Ergot Alkaloids in Fattening Chickens (Broilers): Toxic Effects and Carry over Depending on Dietary Fat Proportion and Supplementation with Non-Starch-Polysaccharide (NSP) Hydrolyzing Enzymes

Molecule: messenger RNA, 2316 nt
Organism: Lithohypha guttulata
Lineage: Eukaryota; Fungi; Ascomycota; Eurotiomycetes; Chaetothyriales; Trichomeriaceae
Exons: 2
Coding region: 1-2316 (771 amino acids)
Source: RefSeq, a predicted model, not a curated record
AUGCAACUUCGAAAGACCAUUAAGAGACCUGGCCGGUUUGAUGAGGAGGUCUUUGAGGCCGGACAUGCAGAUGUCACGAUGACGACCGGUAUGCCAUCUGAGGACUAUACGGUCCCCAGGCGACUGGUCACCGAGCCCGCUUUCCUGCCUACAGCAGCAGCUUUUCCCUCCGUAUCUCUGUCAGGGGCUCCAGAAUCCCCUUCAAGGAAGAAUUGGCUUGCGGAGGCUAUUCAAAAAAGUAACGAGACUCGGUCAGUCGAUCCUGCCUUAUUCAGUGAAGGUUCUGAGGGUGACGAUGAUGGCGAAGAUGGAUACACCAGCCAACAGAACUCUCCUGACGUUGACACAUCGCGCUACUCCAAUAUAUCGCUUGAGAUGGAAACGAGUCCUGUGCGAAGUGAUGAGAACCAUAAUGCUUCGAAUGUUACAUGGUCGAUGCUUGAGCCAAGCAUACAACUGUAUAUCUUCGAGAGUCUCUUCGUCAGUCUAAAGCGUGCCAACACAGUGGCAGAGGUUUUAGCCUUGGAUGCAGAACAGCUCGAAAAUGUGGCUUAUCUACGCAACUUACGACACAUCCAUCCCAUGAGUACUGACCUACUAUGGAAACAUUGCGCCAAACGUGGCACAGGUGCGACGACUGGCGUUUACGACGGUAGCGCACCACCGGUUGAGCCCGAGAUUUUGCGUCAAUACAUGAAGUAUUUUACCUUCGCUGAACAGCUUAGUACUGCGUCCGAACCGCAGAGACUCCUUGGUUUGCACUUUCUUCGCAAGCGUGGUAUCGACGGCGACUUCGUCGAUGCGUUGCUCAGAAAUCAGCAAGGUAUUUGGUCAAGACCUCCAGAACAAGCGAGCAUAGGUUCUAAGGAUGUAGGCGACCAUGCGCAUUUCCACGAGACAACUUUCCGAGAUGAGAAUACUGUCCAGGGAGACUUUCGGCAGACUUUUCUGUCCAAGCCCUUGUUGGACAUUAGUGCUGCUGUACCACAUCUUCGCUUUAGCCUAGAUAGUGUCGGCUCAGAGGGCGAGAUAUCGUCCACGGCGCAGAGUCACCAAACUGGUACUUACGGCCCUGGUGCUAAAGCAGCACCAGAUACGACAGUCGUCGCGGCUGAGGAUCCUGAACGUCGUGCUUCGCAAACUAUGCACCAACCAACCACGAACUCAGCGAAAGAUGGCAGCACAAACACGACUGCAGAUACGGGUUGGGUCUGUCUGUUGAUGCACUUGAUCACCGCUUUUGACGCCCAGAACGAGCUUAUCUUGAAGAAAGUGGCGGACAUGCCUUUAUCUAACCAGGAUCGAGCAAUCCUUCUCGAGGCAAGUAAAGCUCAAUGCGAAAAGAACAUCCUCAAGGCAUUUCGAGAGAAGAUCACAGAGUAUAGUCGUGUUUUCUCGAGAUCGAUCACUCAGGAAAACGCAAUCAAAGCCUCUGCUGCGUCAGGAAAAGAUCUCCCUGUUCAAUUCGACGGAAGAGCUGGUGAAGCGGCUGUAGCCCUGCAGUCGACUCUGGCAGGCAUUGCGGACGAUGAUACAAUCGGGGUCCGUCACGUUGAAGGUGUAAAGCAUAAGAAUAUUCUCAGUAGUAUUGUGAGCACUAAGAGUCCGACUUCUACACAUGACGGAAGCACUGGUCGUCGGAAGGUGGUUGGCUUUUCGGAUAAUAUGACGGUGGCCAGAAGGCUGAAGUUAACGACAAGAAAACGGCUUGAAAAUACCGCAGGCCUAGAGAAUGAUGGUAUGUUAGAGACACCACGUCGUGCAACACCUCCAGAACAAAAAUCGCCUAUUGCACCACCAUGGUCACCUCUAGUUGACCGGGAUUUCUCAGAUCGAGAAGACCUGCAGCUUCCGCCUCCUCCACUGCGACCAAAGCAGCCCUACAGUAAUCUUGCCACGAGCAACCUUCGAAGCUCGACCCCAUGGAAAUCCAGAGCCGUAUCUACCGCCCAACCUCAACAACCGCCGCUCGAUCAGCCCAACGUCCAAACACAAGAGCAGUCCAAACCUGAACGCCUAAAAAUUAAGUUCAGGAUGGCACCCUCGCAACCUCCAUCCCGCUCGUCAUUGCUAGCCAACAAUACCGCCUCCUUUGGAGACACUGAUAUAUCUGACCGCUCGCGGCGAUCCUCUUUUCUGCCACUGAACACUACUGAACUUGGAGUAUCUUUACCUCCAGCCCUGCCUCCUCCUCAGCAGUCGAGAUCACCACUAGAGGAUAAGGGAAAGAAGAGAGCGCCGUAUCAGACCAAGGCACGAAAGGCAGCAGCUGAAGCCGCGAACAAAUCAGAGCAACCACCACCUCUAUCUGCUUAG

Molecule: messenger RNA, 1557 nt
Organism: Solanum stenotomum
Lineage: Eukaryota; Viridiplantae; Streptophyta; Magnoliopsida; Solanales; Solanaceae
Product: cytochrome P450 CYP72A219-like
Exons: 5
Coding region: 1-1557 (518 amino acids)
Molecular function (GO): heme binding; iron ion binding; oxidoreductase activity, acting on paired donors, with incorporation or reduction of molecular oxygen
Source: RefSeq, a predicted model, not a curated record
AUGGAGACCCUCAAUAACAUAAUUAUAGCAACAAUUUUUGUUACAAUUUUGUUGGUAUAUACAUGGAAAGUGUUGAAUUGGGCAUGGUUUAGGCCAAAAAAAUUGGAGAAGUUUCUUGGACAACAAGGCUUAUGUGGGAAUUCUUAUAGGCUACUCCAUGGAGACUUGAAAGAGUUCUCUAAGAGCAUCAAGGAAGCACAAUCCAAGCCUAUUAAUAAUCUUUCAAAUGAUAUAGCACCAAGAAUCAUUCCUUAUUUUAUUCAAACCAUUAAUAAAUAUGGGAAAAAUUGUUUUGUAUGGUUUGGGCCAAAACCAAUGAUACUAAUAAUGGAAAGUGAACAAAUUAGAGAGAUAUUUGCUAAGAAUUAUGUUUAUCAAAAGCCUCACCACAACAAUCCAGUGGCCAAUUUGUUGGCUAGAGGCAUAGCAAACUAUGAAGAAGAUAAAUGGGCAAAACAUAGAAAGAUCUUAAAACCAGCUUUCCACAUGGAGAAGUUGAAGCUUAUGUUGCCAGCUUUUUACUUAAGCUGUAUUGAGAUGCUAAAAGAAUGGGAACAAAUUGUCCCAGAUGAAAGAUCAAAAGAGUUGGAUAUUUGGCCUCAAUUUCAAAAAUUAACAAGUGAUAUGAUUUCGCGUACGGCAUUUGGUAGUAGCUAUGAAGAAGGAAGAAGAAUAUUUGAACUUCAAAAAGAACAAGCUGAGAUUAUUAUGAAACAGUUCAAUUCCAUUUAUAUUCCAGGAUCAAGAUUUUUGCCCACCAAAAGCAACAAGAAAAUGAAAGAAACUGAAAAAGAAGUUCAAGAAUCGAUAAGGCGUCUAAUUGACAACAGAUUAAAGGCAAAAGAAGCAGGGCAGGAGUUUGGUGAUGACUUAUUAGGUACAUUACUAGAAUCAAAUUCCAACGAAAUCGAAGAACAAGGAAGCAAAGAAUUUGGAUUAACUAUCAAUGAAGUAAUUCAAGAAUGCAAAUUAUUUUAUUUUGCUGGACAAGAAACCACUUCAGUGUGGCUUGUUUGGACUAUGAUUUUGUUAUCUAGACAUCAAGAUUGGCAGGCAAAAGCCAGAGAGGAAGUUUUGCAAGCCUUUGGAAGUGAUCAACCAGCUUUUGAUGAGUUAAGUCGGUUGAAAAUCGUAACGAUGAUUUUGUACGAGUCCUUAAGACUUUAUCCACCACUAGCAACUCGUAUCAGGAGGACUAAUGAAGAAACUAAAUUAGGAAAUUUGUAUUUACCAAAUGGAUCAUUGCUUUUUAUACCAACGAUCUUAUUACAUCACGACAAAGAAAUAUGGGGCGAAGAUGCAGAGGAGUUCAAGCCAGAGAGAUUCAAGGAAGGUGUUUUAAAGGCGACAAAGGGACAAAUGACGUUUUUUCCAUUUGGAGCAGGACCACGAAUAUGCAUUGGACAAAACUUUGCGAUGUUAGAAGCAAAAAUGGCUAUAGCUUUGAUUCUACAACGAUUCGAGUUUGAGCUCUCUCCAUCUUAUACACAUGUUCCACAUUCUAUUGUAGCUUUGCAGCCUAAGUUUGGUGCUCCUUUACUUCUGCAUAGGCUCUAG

Ergot alkaloids (EA) are mycotoxins produced by Claviceps purpurea. EA-toxicity is poorly characterized for fattening chickens. Therefore, a dose–response study was performed to identify the lowest, and no observed adverse effect levels (LOAEL and NOAEL, respectively) based on several endpoints. Non-starch-polysaccharide (NSP) cleaving enzyme addition and dietary fat content were additionally considered as factors potentially influencing EA-toxicity. Feed intake was proven to respond most sensitively to the EA presence in the diets. This sensitivity appeared to be time-dependent. While LOAEL corresponded to a total dietary EA content of 5.7 mg/kg until Day 14 of age, it decreased to 2.03 mg/kg when birds were exposed for a period of 35 days. Consequently, NOAEL corresponded to an EA content of 2.49 mg/kg diet until Day 14 of age, while 1.94 mg/kg diet applied until Day 35 of age. Liver lesions indicating enzyme activities in serum were increased after 14 days of exposure. Dietary fat content and NSP-enzyme supplementation modified EA toxicity in an interactive manner. The EA residues in serum, bile, liver and breast meat were <5 ng/g suggesting a negligible carry over of intact EA.